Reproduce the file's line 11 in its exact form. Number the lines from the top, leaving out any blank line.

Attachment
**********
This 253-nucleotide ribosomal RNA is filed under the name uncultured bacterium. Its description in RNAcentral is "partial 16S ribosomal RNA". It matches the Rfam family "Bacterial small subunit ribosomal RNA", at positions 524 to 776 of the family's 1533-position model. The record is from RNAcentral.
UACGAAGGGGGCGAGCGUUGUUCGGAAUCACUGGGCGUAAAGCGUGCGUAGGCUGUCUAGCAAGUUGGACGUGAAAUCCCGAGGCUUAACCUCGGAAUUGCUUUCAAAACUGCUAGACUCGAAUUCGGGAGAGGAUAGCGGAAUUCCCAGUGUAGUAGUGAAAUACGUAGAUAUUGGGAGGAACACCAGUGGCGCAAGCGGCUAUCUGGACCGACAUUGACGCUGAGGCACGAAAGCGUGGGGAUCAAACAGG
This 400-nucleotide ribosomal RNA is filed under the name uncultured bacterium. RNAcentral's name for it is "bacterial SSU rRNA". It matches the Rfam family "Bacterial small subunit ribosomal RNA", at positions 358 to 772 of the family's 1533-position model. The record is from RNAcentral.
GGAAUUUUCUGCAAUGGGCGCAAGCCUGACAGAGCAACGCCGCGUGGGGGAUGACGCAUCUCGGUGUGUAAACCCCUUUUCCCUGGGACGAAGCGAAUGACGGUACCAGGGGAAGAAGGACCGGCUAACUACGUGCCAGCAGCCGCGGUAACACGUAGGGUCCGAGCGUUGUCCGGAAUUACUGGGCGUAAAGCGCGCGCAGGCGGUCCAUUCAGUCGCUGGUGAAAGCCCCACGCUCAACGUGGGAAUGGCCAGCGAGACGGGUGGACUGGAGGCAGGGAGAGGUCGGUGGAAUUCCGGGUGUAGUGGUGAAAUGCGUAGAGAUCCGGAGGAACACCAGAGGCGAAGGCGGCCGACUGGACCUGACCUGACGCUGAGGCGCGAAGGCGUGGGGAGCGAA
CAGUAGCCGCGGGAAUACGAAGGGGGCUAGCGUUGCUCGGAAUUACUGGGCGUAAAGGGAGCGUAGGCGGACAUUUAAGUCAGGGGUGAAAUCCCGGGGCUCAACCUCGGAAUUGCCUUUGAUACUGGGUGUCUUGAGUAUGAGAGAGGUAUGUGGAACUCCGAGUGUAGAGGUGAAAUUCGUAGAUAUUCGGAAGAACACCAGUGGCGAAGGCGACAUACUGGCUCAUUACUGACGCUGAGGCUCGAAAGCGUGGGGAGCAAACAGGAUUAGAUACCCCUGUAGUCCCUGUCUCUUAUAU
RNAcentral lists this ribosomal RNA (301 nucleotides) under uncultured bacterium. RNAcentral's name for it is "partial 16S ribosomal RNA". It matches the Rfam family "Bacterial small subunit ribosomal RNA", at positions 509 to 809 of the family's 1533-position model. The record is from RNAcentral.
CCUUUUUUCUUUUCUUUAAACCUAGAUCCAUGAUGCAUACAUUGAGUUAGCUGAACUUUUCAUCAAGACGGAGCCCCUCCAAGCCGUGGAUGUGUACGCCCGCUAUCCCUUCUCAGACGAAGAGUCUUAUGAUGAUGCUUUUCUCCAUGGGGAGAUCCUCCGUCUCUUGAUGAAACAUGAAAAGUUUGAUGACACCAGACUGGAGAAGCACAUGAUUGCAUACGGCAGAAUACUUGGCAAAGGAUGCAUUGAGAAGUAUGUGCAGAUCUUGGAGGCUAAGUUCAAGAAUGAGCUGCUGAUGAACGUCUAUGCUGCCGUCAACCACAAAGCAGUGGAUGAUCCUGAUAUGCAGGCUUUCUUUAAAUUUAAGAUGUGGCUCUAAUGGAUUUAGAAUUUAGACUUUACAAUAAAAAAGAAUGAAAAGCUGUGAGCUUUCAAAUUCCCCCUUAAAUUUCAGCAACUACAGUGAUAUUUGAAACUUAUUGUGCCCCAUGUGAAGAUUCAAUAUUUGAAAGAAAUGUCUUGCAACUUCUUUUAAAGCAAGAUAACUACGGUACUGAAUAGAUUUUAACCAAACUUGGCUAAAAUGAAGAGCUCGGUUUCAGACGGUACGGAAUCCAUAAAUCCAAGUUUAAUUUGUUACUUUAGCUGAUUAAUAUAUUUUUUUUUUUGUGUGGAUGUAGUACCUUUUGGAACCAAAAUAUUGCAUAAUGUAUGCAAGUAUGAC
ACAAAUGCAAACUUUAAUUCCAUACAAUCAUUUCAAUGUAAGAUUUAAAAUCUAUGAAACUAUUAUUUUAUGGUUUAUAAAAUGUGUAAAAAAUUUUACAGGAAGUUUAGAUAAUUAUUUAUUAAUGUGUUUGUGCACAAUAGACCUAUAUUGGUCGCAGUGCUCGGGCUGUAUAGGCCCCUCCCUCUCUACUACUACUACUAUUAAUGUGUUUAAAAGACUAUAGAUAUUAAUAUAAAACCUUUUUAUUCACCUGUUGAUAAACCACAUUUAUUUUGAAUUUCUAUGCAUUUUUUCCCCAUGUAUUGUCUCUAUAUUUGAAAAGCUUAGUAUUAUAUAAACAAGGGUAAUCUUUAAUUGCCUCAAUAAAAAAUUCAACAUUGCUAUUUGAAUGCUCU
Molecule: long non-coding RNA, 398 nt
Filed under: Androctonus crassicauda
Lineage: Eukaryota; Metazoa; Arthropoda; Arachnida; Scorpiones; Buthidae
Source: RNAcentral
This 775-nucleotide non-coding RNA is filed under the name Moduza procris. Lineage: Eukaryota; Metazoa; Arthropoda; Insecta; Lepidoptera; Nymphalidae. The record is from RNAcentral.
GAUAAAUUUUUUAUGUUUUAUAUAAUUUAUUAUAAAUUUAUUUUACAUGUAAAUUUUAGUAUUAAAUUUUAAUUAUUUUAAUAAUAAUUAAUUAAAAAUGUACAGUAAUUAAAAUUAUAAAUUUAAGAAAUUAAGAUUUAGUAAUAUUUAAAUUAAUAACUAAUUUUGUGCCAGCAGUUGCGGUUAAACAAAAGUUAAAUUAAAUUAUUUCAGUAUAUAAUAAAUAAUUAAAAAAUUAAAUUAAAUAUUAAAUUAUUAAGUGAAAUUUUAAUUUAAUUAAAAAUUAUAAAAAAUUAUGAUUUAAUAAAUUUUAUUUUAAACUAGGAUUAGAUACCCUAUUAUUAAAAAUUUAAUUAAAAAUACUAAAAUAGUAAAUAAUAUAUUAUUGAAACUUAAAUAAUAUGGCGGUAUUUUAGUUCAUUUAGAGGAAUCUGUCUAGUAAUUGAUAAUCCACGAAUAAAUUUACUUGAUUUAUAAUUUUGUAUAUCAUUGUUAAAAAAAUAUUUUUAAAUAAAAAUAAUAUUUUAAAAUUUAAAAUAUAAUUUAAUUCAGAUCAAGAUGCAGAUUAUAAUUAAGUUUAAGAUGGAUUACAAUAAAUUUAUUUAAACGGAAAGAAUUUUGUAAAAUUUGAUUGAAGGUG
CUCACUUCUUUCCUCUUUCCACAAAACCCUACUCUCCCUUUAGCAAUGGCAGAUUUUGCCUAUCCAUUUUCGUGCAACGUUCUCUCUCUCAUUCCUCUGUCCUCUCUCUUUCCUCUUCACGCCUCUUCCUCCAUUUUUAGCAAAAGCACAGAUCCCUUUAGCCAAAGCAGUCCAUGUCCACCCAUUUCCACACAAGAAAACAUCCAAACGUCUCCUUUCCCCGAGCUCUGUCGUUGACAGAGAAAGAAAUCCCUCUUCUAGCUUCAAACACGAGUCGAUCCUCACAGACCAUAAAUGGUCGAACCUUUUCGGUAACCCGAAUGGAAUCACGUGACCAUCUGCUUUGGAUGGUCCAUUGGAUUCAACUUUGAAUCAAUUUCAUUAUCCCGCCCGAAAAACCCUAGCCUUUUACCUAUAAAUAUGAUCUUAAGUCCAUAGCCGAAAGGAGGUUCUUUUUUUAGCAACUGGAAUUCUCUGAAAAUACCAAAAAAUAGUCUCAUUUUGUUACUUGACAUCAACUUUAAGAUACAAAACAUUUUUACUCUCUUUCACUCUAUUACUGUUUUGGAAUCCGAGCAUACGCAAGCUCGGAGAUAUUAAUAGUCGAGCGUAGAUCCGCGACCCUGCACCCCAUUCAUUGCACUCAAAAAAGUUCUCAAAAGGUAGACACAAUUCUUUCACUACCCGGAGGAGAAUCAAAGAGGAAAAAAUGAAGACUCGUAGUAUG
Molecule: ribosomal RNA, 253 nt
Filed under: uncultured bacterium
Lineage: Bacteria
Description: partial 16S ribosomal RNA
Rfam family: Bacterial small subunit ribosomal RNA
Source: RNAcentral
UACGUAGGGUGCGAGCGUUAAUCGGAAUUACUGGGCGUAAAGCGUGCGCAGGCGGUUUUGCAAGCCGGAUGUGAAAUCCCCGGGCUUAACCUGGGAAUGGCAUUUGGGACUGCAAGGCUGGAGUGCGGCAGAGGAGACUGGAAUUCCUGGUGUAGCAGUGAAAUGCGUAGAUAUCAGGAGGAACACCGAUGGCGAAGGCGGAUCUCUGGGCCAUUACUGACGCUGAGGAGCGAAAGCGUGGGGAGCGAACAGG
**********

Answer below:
Lineage: Eukaryota; Metazoa; Arthropoda; Arachnida; Scorpiones; Buthidae